Discover has beat long odds to become a top-10 issuer and network, and it could stand on its own away from parent Morgan Stanley, says Scott Strumello, a consultant with Auriemma Consulting Group Inc.
John Grund, a partner at payments consultant First Annapolis Consulting, says an independent Discover would be more flexible and better able to focus on its core business, skills often lost as part of a large institution. He says speculation of a Discover sale creates a potential double-edged sword because a large processor might only want the network, preferring to stay out of the issuing business.
Discover's network in North America includes its closed-loop communications infrastructure, a sales force and a card-accepting relationship with about 4 million merchants. Strumello notes that major Wall Street investors long have urged Discover to sell its network to focus on its well-known card brand.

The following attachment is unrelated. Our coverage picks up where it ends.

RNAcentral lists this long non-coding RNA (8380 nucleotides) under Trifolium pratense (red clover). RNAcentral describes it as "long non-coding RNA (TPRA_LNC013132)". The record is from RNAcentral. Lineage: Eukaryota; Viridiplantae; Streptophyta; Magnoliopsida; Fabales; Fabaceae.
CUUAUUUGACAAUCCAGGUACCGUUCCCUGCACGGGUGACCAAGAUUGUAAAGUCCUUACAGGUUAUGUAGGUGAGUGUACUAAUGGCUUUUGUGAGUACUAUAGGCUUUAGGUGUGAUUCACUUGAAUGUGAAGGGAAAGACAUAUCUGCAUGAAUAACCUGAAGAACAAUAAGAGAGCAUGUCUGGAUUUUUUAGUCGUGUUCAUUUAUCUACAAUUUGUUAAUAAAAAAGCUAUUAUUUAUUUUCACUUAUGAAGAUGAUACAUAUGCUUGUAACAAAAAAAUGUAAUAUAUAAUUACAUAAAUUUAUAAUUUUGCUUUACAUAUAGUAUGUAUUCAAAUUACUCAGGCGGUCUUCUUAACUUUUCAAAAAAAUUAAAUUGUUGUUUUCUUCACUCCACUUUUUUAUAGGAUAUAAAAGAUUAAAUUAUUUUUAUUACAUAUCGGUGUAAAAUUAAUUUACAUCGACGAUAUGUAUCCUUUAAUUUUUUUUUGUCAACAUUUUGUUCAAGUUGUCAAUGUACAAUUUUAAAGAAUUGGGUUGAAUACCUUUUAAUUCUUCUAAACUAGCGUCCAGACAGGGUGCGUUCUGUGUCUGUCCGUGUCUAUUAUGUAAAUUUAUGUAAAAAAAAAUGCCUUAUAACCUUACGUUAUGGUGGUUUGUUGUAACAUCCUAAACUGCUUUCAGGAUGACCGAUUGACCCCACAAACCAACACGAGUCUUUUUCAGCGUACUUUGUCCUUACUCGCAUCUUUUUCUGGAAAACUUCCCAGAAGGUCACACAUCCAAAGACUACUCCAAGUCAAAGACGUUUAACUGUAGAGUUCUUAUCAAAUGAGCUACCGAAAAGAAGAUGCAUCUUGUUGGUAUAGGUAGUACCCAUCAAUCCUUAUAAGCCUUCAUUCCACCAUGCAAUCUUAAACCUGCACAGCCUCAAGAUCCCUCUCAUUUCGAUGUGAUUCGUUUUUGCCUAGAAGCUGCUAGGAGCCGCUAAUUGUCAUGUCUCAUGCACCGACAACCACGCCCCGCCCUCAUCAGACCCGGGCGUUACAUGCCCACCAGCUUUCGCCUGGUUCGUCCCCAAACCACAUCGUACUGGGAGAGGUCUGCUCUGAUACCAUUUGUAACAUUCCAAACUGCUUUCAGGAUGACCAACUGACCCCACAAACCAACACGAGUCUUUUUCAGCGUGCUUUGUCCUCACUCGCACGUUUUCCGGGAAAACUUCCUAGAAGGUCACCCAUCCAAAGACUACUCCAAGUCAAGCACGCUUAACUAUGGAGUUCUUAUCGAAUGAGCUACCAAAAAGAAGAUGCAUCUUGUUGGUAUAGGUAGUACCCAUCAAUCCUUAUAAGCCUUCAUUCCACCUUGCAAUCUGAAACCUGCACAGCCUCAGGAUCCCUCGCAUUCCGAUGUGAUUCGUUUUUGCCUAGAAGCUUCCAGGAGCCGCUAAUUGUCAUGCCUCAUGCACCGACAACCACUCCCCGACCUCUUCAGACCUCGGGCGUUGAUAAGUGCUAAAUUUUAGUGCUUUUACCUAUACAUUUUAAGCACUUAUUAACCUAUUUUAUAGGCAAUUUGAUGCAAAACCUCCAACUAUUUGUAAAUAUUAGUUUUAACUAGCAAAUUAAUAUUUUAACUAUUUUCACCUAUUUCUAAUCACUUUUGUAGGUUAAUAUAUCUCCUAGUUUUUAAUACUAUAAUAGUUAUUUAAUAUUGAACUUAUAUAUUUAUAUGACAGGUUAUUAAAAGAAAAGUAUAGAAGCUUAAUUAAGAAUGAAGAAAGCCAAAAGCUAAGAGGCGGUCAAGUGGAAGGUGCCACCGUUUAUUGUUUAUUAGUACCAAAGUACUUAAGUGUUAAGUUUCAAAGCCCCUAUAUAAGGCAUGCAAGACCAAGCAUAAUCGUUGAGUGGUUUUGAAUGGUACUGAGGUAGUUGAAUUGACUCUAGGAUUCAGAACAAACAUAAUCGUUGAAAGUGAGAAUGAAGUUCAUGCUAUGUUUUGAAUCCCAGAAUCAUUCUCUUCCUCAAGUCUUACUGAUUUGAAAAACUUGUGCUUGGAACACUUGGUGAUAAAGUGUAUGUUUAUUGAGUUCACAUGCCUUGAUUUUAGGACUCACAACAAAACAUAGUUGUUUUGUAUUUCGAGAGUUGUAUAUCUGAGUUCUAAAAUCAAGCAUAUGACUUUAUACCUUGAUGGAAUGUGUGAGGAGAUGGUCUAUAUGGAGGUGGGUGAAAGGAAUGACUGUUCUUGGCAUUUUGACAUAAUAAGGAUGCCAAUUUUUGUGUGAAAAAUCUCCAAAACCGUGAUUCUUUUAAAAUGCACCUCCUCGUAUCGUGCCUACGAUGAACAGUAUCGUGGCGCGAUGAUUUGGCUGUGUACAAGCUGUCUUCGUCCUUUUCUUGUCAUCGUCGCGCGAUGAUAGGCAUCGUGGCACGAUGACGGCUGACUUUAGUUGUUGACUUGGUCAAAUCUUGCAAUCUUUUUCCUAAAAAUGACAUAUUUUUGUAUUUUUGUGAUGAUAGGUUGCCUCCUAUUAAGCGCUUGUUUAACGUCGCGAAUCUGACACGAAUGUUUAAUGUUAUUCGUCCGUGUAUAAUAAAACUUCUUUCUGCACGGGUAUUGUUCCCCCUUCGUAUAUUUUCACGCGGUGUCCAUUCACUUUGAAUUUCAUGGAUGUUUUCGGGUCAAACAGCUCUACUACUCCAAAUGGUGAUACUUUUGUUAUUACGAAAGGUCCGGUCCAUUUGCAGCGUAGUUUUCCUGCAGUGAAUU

Stock analysts seem to agree that it is unlikely another card issuer would buy the company. Laura Kaster, an analyst with Sandler O'Neill & Partners LP, does not see Discover's largely blue-collar cardholders fitting with an issuer that would have the resources to make a bid. Ed Groshans, specialty and mortgage finance analyst at New York-based Fox-Pitt, Kelton, says spinning off Discover could make it more valuable down the road.